svn Branching, shelving and tagging in Apache Subversion





As you might have noticed, we use svn copy command to create branches, tags and shelves (we'll skip mentioning tags and shelves in the next paragraphs). This is the same command used to copy items in your working copy and into the repository.

svn copy is used for branching because, branch is technically a copy of the source you copy from. However, this is not an ordinary copy are familiar with when copying files on your local file system. Branches in Subversion are so called "Cheap Copies" that are similar to symlinks. Therefore, creating a new branch takes minimal time to complete and takes practically no space in the Subversion repository. Create branches and use them for any change you want regardless of the change's size and scope.

svn copy can be shortened to svn cp as Subversion has aliases for most commands.

Creating a branch using direct URL to URL copy

Branching in Subversion is very simple. In the simplest form, creating a new branch requires you to run the command against the remote repository's URLs. For example, let's create a new branch out of the mainline trunk:

svn copy -m "Creating a new branch"

The new branch is ready and you can begin working with it. Check out a new working copy with the new branch or switch your existing working copy using svn switch command.

Creating a branch through a working copy

When you interact with the remote central repository using your private local workspace -- the working copy -- you can use repository-relative URL instead of direct URL to URL copy to create a new branch:

svn copy "^/MyProject/trunk" "^/MyProject/branches/MyNewBranch" -m "Creating a new branch"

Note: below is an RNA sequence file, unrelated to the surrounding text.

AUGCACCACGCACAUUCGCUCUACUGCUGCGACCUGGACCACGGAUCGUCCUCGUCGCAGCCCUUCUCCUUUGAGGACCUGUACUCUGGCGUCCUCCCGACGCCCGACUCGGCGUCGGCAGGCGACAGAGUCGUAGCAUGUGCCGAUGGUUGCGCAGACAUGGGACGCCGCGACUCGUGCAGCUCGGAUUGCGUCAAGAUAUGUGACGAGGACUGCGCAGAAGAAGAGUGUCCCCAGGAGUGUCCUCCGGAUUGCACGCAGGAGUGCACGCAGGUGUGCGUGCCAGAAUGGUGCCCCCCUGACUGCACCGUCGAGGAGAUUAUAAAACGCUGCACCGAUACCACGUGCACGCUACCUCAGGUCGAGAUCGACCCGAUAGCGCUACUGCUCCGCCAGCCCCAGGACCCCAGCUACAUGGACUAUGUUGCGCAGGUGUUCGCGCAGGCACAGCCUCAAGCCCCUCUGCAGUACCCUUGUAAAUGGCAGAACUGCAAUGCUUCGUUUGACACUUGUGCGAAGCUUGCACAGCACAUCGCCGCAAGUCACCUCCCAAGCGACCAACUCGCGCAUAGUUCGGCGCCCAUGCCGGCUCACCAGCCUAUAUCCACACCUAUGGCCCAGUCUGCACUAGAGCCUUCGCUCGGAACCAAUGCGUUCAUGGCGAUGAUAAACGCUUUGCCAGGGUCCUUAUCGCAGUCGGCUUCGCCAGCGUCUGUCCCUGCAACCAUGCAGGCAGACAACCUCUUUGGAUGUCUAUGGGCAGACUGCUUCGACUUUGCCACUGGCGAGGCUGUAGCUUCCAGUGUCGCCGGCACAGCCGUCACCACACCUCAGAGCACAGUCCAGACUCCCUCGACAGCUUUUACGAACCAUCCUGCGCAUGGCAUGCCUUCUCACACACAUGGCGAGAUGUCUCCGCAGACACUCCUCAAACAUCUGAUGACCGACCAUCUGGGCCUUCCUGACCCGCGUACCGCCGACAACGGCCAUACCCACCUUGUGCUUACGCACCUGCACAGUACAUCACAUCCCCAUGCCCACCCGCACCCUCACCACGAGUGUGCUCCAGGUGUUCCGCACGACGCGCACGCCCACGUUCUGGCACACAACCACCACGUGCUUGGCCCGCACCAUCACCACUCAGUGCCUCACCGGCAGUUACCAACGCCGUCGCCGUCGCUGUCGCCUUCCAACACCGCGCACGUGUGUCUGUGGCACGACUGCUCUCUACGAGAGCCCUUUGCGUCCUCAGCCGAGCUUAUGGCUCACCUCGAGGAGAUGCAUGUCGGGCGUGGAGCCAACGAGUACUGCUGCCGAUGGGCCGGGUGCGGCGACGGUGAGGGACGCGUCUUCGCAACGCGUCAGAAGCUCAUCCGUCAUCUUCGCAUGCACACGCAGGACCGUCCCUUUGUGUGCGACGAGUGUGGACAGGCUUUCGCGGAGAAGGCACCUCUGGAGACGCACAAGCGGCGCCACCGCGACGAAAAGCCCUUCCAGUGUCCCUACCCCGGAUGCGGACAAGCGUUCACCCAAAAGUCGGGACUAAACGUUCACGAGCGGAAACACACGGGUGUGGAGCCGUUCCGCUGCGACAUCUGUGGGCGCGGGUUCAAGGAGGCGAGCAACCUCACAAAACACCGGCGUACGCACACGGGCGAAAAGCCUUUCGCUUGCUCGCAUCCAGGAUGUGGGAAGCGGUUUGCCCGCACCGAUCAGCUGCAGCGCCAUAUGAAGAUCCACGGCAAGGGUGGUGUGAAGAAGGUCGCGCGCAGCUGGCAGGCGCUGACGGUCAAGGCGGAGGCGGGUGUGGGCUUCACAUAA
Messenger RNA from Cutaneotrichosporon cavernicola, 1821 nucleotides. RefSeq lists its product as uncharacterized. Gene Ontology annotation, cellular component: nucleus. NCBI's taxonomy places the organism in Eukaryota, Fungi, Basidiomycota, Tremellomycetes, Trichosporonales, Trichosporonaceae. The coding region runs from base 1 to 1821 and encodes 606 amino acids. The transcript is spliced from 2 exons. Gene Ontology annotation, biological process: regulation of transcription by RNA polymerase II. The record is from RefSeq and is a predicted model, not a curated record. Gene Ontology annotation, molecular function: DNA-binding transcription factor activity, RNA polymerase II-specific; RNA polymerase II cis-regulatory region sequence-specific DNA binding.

Switching a working copy to a different branch

An existing working copy can be quickly transformed to reflect the contents of a different branch in the same repository. For example, you might have a working copy of the trunk and now need to work on a development branch. Instead of checking out a completely new working copy (which can waste a lot of time and disk space), you can use the svn switch command to efficiently modify your existing working copy:

svn switch ^/MyProject/branches/MyNewBranch

Your working copy will now reflect the contents of the branch instead of the trunk.

Using tags

"Tags" are a type of label that can be applied to a repository at a certain point in time. They are frequently used to give human-readable names to important milestones so that they can be easily accessed later (for example, "version-1.2").

Creating a tag is exactly the same as creating a branch:

svn copy -r 1234 ^/MyProject/trunk ^/MyProject/tags/version-1.2

In this specific case, the -r 1234 argument was used to indicate that the tag should be created from revision 1234 of the trunk.

Subversion doesn't make any distinction between a tag and an ordinary branch. The only difference is in how you decide to use them. Traditionally, no commits are made to a tag once it has been created (to ensure that it remains an accurate "snapshot" of a past repository state). Subversion doesn't enforce any special tag-related rules by default since different people can use tags differently. A repository administrator can, however, set up access control scripts to enforce whatever rules their team has decided to use.

In Windows, you need to use a double caret ^^.

Deleting a branch

Just run:

svn delete -m "Deleting no longer needed MyNewBranch"

Or, using the short URL:

svn delete ^/branches/MyNewBranch -m "Deleting no longer needed MyNewBranch"
  • In Windows, you need to use ^^
  • You can always bring back a deleted branch by creating it again specifying the desired revision back then when the branch was alive (a deleted branch is just a branch that is not available in the HEAD revision). For example if branch was deleted at revision 101: svn copy[email protected] -m "Resurrected MyNewBranch from revision 100". See Resurrecting Deleted Items